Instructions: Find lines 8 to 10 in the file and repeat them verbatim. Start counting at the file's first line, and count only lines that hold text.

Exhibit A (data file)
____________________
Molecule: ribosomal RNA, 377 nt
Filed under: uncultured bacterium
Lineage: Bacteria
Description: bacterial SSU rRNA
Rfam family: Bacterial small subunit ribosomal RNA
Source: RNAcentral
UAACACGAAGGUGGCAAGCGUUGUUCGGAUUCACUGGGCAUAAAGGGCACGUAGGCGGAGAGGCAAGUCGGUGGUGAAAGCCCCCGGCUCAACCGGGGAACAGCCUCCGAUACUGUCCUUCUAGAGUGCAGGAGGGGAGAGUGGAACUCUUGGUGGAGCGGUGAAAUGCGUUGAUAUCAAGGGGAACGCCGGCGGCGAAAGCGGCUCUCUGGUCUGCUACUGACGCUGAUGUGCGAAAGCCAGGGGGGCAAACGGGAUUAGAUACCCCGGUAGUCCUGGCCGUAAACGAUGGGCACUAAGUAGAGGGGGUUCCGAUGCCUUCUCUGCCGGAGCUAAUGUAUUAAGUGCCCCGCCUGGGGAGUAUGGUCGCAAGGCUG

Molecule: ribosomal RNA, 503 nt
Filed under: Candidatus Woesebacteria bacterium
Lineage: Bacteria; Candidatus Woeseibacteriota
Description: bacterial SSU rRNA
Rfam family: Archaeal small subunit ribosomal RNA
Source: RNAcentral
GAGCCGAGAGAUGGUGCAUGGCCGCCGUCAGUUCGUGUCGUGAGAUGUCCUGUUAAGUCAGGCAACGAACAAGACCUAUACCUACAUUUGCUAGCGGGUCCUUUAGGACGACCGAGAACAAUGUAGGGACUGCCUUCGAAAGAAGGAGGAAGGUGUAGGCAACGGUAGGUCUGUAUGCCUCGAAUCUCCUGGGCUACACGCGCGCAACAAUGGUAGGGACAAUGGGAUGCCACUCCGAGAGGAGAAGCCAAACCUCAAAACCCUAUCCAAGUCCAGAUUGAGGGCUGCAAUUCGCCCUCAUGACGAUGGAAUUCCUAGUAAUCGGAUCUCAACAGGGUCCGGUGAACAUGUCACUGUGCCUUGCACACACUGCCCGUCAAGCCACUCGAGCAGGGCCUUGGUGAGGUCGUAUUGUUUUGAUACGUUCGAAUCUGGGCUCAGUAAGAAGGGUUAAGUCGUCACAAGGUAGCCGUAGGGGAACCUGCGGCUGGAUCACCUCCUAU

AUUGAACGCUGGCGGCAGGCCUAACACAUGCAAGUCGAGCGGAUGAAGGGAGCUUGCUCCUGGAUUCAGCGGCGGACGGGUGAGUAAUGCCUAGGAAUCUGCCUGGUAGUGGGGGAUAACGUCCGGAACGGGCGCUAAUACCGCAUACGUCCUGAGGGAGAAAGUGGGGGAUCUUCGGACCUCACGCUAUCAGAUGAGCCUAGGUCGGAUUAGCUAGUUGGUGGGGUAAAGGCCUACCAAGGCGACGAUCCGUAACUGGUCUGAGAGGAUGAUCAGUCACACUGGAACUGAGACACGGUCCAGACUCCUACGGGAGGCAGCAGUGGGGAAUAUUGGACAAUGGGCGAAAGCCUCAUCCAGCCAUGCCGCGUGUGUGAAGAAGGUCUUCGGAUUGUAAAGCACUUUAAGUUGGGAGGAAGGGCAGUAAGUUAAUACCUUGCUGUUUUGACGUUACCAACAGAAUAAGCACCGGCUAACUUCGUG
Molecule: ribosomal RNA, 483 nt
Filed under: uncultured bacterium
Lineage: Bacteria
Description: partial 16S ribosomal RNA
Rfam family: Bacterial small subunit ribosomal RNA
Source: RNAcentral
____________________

Molecule: ribosomal RNA, 503 nt
Filed under: Candidatus Woesebacteria bacterium
Lineage: Bacteria; Candidatus Woeseibacteriota